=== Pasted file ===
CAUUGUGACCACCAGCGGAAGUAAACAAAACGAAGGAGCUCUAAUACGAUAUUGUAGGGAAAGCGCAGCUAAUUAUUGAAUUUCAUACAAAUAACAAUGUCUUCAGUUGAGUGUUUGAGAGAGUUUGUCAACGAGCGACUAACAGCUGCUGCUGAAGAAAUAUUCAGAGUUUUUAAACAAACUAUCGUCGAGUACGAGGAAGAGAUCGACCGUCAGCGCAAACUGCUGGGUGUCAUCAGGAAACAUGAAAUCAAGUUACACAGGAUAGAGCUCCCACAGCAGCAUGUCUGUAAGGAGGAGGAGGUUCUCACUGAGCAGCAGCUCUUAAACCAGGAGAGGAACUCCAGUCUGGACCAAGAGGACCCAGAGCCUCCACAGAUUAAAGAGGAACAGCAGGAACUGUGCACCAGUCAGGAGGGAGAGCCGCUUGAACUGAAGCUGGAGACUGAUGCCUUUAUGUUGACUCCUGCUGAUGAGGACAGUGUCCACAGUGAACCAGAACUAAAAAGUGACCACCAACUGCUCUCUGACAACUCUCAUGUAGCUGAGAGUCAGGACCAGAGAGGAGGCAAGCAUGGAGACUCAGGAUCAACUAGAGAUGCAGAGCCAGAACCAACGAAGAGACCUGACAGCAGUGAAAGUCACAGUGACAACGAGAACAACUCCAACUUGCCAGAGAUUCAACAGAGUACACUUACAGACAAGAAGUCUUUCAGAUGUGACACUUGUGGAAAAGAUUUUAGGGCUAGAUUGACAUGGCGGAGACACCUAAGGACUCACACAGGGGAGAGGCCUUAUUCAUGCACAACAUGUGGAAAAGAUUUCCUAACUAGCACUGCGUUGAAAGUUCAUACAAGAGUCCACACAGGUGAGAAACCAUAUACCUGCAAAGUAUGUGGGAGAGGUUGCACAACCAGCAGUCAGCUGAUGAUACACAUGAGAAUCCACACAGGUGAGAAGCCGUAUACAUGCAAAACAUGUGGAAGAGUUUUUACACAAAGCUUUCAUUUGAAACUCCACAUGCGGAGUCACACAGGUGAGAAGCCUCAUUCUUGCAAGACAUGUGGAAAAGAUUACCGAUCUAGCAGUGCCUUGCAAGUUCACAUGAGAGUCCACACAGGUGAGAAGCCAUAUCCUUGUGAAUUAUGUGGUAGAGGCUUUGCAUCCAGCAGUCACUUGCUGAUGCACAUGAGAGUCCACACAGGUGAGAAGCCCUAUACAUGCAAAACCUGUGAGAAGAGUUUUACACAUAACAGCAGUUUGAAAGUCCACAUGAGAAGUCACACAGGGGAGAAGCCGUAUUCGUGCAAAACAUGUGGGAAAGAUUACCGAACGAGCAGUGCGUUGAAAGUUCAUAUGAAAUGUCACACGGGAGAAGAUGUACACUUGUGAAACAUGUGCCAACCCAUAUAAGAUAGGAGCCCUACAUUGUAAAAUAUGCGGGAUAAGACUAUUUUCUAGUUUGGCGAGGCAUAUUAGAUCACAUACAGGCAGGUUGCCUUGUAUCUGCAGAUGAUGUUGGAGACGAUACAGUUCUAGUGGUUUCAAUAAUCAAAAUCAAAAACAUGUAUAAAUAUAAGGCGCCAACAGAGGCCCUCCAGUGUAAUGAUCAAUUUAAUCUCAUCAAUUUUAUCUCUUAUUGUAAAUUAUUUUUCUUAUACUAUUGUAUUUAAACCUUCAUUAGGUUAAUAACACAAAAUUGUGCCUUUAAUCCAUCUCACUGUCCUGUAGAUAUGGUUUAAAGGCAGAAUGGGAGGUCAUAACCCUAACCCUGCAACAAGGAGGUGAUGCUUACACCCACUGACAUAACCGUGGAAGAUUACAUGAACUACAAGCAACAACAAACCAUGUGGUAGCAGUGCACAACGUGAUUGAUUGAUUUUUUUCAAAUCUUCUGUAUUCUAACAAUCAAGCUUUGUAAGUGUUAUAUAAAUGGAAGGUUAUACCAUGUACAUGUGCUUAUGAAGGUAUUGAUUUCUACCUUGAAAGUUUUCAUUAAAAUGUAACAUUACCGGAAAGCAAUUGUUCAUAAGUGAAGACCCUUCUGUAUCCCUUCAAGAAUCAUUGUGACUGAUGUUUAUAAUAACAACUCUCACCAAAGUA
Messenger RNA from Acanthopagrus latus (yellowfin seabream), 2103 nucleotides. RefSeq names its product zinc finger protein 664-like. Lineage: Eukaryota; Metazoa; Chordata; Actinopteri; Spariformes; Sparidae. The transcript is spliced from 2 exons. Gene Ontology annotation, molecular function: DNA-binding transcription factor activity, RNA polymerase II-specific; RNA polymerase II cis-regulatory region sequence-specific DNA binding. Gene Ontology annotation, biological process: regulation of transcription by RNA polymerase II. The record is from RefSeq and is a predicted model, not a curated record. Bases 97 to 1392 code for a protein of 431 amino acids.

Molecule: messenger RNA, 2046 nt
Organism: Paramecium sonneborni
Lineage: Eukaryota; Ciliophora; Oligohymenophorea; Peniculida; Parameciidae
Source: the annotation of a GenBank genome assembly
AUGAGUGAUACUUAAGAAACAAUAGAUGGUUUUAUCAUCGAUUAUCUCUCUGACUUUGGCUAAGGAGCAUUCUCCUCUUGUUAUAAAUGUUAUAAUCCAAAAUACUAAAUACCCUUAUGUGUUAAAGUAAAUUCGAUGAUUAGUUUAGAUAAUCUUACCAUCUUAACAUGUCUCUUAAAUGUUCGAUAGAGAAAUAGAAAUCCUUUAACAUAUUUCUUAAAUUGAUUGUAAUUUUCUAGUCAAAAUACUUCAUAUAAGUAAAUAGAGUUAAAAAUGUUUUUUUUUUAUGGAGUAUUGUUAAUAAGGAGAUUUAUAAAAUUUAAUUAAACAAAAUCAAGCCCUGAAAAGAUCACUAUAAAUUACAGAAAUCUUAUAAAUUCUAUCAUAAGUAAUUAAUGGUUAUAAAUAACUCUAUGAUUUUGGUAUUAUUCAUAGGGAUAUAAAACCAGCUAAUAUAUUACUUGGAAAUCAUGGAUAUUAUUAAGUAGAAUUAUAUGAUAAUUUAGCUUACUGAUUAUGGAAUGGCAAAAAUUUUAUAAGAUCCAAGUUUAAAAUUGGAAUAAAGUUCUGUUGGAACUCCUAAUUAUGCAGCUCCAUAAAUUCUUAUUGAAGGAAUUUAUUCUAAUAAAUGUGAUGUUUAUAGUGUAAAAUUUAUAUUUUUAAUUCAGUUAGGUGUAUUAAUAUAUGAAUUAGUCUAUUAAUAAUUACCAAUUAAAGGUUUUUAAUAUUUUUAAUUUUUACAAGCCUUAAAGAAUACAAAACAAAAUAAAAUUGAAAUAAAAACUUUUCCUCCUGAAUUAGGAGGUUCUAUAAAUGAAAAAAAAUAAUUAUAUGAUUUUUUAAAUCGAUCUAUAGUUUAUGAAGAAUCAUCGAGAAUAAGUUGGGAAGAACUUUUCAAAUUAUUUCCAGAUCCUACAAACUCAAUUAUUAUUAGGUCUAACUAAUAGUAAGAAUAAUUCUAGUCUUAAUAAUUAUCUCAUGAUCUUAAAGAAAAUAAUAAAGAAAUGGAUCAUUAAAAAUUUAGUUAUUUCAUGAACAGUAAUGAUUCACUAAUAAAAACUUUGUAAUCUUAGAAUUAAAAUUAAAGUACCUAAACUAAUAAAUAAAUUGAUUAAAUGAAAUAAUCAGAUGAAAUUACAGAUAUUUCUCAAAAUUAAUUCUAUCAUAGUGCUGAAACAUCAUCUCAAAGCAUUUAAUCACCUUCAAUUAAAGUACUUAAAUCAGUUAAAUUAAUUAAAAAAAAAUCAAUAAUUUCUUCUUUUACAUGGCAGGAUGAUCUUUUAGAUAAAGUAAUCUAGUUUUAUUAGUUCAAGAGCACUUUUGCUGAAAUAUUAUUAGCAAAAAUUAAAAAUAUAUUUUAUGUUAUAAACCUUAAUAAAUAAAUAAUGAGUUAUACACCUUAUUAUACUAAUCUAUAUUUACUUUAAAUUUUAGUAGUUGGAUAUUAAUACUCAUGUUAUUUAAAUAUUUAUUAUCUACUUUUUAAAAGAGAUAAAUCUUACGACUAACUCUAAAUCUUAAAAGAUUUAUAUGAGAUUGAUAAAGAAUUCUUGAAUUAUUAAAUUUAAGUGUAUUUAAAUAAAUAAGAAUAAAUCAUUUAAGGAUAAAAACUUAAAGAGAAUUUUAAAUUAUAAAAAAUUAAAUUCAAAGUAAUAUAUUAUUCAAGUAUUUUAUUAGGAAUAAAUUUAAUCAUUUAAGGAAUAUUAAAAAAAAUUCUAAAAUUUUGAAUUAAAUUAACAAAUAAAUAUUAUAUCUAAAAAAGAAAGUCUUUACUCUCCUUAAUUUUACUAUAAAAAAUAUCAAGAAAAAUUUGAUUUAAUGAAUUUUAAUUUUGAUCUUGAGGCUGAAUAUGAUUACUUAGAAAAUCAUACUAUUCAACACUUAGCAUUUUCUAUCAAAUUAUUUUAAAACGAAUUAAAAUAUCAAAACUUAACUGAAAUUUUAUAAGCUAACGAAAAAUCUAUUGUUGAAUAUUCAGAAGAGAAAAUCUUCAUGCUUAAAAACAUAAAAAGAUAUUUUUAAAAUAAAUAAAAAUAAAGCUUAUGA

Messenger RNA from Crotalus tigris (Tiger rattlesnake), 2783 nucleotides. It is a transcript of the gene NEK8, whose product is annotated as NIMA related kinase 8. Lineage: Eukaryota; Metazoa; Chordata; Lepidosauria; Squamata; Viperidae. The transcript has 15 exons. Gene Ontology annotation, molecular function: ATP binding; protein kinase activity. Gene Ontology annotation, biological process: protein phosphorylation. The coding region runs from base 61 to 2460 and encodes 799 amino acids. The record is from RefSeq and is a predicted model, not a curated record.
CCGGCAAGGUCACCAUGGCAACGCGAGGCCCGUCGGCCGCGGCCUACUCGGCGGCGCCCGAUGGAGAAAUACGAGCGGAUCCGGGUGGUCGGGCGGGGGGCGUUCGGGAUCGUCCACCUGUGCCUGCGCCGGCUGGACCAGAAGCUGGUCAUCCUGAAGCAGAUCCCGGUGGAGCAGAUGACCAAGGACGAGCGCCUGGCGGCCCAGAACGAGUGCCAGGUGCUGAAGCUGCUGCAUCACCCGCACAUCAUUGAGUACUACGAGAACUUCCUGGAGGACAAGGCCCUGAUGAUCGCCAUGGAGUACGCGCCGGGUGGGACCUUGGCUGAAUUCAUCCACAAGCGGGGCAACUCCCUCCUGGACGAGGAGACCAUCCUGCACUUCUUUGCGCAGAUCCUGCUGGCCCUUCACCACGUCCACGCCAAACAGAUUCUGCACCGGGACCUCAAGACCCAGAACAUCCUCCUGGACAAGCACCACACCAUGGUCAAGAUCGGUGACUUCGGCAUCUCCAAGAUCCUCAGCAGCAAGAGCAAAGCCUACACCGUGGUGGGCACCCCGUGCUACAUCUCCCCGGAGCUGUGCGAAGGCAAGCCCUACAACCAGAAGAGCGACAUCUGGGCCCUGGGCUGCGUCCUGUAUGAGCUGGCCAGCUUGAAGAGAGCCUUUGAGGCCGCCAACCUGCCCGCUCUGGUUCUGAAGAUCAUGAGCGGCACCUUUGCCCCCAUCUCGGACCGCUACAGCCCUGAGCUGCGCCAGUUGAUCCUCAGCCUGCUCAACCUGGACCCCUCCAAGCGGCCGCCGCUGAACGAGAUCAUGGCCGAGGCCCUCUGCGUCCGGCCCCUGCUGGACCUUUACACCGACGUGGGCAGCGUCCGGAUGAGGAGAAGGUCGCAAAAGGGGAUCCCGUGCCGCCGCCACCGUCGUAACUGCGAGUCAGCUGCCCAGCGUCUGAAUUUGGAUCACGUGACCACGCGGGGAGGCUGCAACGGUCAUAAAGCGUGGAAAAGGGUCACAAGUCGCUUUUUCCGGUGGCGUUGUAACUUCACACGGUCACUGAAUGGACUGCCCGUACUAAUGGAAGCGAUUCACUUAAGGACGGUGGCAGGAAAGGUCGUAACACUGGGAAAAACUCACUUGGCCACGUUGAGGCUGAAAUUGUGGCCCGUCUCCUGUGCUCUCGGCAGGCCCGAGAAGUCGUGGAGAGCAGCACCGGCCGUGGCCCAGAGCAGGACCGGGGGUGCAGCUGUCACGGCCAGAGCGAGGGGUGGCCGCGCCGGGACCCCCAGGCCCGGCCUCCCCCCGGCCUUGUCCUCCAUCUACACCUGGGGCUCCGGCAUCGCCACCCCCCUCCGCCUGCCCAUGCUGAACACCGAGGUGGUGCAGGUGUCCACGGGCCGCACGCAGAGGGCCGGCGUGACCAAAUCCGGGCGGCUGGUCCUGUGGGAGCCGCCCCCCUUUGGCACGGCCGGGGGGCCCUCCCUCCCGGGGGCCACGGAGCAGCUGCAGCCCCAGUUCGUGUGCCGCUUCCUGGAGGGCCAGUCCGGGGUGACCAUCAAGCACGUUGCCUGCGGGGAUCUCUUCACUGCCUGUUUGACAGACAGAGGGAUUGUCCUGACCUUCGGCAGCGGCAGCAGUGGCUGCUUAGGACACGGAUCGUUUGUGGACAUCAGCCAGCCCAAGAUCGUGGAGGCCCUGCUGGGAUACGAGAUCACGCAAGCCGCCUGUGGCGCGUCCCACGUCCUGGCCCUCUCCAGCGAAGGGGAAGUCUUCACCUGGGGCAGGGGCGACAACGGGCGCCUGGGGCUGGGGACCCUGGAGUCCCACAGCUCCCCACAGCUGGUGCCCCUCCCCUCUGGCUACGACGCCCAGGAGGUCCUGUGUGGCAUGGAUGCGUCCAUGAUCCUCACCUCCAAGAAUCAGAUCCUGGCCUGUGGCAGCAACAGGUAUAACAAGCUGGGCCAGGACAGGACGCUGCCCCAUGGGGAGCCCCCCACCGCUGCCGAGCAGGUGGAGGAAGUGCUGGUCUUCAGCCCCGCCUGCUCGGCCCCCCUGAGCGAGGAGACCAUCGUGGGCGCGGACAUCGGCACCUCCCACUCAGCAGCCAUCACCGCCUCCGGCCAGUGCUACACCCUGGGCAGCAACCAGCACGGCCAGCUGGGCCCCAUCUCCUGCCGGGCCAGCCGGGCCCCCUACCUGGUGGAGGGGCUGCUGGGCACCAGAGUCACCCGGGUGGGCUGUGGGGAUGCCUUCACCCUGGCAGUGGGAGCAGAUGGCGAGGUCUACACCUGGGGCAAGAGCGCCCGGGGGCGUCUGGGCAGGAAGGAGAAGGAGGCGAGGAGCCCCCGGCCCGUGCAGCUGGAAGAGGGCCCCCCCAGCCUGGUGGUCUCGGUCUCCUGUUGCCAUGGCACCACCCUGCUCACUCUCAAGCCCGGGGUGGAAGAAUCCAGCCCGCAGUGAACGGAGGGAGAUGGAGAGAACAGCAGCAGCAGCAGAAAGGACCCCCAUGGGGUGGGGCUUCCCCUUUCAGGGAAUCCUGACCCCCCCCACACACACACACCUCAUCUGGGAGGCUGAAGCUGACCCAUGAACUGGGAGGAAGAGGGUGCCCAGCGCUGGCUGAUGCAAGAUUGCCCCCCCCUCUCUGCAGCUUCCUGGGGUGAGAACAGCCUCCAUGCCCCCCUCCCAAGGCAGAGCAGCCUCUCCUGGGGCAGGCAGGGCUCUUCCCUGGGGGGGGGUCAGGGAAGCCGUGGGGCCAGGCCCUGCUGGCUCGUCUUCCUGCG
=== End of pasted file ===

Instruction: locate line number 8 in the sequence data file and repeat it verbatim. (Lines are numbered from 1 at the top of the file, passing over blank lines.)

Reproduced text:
Messenger RNA from Crotalus tigris (Tiger rattlesnake), 2783 nucleotides. It is a transcript of the gene NEK8, whose product is annotated as NIMA related kinase 8. Lineage: Eukaryota; Metazoa; Chordata; Lepidosauria; Squamata; Viperidae. The transcript has 15 exons. Gene Ontology annotation, molecular function: ATP binding; protein kinase activity. Gene Ontology annotation, biological process: protein phosphorylation. The coding region runs from base 61 to 2460 and encodes 799 amino acids. The record is from RefSeq and is a predicted model, not a curated record.